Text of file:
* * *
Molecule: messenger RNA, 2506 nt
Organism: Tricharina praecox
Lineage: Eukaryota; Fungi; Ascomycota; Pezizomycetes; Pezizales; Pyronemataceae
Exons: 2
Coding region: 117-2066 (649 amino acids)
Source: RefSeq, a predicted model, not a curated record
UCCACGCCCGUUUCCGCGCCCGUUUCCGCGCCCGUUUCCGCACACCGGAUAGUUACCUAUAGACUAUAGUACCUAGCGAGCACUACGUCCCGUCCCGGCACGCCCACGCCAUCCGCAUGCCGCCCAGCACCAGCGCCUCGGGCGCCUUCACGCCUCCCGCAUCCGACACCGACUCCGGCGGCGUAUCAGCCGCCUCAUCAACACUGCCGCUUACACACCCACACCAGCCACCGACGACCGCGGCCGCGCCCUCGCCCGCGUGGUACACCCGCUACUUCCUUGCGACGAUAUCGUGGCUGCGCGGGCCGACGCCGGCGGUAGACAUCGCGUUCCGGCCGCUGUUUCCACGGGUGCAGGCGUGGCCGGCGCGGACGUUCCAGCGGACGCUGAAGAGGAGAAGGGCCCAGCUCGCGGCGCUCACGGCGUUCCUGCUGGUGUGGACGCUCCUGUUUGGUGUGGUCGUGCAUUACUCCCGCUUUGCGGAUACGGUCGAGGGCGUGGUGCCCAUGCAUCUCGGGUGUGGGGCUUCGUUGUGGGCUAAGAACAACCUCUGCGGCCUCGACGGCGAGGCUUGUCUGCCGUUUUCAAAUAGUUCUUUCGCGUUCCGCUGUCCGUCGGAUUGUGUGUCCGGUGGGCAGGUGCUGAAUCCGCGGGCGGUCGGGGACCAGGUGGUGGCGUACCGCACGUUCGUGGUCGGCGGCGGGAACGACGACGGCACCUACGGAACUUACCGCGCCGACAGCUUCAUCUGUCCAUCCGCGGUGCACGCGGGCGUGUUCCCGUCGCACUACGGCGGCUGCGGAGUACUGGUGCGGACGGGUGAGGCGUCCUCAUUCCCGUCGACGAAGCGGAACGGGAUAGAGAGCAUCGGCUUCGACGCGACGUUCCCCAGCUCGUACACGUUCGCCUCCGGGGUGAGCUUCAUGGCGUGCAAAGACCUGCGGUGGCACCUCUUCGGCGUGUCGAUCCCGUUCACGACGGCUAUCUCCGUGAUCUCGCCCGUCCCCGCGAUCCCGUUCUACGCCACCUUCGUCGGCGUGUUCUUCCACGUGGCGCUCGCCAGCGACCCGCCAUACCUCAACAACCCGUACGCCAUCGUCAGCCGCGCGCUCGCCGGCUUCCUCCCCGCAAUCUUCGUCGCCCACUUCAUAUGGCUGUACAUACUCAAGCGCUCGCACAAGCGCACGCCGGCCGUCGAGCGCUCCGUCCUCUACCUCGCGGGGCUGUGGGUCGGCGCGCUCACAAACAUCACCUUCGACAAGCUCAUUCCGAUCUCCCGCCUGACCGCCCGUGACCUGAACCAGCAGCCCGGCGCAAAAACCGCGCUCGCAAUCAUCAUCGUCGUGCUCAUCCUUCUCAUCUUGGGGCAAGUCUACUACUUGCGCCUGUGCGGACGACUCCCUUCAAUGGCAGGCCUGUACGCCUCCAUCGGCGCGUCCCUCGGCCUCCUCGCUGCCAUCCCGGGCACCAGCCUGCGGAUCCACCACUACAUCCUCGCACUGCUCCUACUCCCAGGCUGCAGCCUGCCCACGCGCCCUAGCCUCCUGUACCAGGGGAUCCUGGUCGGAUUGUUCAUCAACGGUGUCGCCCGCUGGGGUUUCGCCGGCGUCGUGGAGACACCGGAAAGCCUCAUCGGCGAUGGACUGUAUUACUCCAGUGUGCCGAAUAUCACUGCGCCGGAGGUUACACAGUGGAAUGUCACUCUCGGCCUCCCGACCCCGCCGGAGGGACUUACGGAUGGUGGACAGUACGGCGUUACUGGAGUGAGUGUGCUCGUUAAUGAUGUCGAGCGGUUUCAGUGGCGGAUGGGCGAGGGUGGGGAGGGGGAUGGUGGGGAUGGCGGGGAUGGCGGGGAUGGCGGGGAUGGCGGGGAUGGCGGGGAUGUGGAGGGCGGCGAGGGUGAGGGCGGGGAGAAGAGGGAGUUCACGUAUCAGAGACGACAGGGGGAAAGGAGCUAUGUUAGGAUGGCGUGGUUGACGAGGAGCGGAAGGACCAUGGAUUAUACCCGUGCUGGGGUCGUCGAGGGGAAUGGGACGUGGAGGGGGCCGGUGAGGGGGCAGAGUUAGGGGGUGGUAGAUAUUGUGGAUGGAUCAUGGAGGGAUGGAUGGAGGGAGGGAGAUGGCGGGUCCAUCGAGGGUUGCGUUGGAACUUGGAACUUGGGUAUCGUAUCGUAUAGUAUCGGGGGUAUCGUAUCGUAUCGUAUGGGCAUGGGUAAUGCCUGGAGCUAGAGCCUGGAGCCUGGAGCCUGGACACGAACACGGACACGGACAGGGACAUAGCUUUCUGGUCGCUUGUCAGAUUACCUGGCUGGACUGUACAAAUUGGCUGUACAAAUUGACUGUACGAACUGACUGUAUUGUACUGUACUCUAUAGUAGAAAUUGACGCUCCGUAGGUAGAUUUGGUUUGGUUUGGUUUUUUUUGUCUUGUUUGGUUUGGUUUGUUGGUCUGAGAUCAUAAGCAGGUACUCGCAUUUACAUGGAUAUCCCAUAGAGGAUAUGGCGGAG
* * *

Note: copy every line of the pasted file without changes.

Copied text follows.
Molecule: messenger RNA, 2506 nt
Organism: Tricharina praecox
Lineage: Eukaryota; Fungi; Ascomycota; Pezizomycetes; Pezizales; Pyronemataceae
Exons: 2
Coding region: 117-2066 (649 amino acids)
Source: RefSeq, a predicted model, not a curated record
UCCACGCCCGUUUCCGCGCCCGUUUCCGCGCCCGUUUCCGCACACCGGAUAGUUACCUAUAGACUAUAGUACCUAGCGAGCACUACGUCCCGUCCCGGCACGCCCACGCCAUCCGCAUGCCGCCCAGCACCAGCGCCUCGGGCGCCUUCACGCCUCCCGCAUCCGACACCGACUCCGGCGGCGUAUCAGCCGCCUCAUCAACACUGCCGCUUACACACCCACACCAGCCACCGACGACCGCGGCCGCGCCCUCGCCCGCGUGGUACACCCGCUACUUCCUUGCGACGAUAUCGUGGCUGCGCGGGCCGACGCCGGCGGUAGACAUCGCGUUCCGGCCGCUGUUUCCACGGGUGCAGGCGUGGCCGGCGCGGACGUUCCAGCGGACGCUGAAGAGGAGAAGGGCCCAGCUCGCGGCGCUCACGGCGUUCCUGCUGGUGUGGACGCUCCUGUUUGGUGUGGUCGUGCAUUACUCCCGCUUUGCGGAUACGGUCGAGGGCGUGGUGCCCAUGCAUCUCGGGUGUGGGGCUUCGUUGUGGGCUAAGAACAACCUCUGCGGCCUCGACGGCGAGGCUUGUCUGCCGUUUUCAAAUAGUUCUUUCGCGUUCCGCUGUCCGUCGGAUUGUGUGUCCGGUGGGCAGGUGCUGAAUCCGCGGGCGGUCGGGGACCAGGUGGUGGCGUACCGCACGUUCGUGGUCGGCGGCGGGAACGACGACGGCACCUACGGAACUUACCGCGCCGACAGCUUCAUCUGUCCAUCCGCGGUGCACGCGGGCGUGUUCCCGUCGCACUACGGCGGCUGCGGAGUACUGGUGCGGACGGGUGAGGCGUCCUCAUUCCCGUCGACGAAGCGGAACGGGAUAGAGAGCAUCGGCUUCGACGCGACGUUCCCCAGCUCGUACACGUUCGCCUCCGGGGUGAGCUUCAUGGCGUGCAAAGACCUGCGGUGGCACCUCUUCGGCGUGUCGAUCCCGUUCACGACGGCUAUCUCCGUGAUCUCGCCCGUCCCCGCGAUCCCGUUCUACGCCACCUUCGUCGGCGUGUUCUUCCACGUGGCGCUCGCCAGCGACCCGCCAUACCUCAACAACCCGUACGCCAUCGUCAGCCGCGCGCUCGCCGGCUUCCUCCCCGCAAUCUUCGUCGCCCACUUCAUAUGGCUGUACAUACUCAAGCGCUCGCACAAGCGCACGCCGGCCGUCGAGCGCUCCGUCCUCUACCUCGCGGGGCUGUGGGUCGGCGCGCUCACAAACAUCACCUUCGACAAGCUCAUUCCGAUCUCCCGCCUGACCGCCCGUGACCUGAACCAGCAGCCCGGCGCAAAAACCGCGCUCGCAAUCAUCAUCGUCGUGCUCAUCCUUCUCAUCUUGGGGCAAGUCUACUACUUGCGCCUGUGCGGACGACUCCCUUCAAUGGCAGGCCUGUACGCCUCCAUCGGCGCGUCCCUCGGCCUCCUCGCUGCCAUCCCGGGCACCAGCCUGCGGAUCCACCACUACAUCCUCGCACUGCUCCUACUCCCAGGCUGCAGCCUGCCCACGCGCCCUAGCCUCCUGUACCAGGGGAUCCUGGUCGGAUUGUUCAUCAACGGUGUCGCCCGCUGGGGUUUCGCCGGCGUCGUGGAGACACCGGAAAGCCUCAUCGGCGAUGGACUGUAUUACUCCAGUGUGCCGAAUAUCACUGCGCCGGAGGUUACACAGUGGAAUGUCACUCUCGGCCUCCCGACCCCGCCGGAGGGACUUACGGAUGGUGGACAGUACGGCGUUACUGGAGUGAGUGUGCUCGUUAAUGAUGUCGAGCGGUUUCAGUGGCGGAUGGGCGAGGGUGGGGAGGGGGAUGGUGGGGAUGGCGGGGAUGGCGGGGAUGGCGGGGAUGGCGGGGAUGGCGGGGAUGUGGAGGGCGGCGAGGGUGAGGGCGGGGAGAAGAGGGAGUUCACGUAUCAGAGACGACAGGGGGAAAGGAGCUAUGUUAGGAUGGCGUGGUUGACGAGGAGCGGAAGGACCAUGGAUUAUACCCGUGCUGGGGUCGUCGAGGGGAAUGGGACGUGGAGGGGGCCGGUGAGGGGGCAGAGUUAGGGGGUGGUAGAUAUUGUGGAUGGAUCAUGGAGGGAUGGAUGGAGGGAGGGAGAUGGCGGGUCCAUCGAGGGUUGCGUUGGAACUUGGAACUUGGGUAUCGUAUCGUAUAGUAUCGGGGGUAUCGUAUCGUAUCGUAUGGGCAUGGGUAAUGCCUGGAGCUAGAGCCUGGAGCCUGGAGCCUGGACACGAACACGGACACGGACAGGGACAUAGCUUUCUGGUCGCUUGUCAGAUUACCUGGCUGGACUGUACAAAUUGGCUGUACAAAUUGACUGUACGAACUGACUGUAUUGUACUGUACUCUAUAGUAGAAAUUGACGCUCCGUAGGUAGAUUUGGUUUGGUUUGGUUUUUUUUGUCUUGUUUGGUUUGGUUUGUUGGUCUGAGAUCAUAAGCAGGUACUCGCAUUUACAUGGAUAUCCCAUAGAGGAUAUGGCGGAG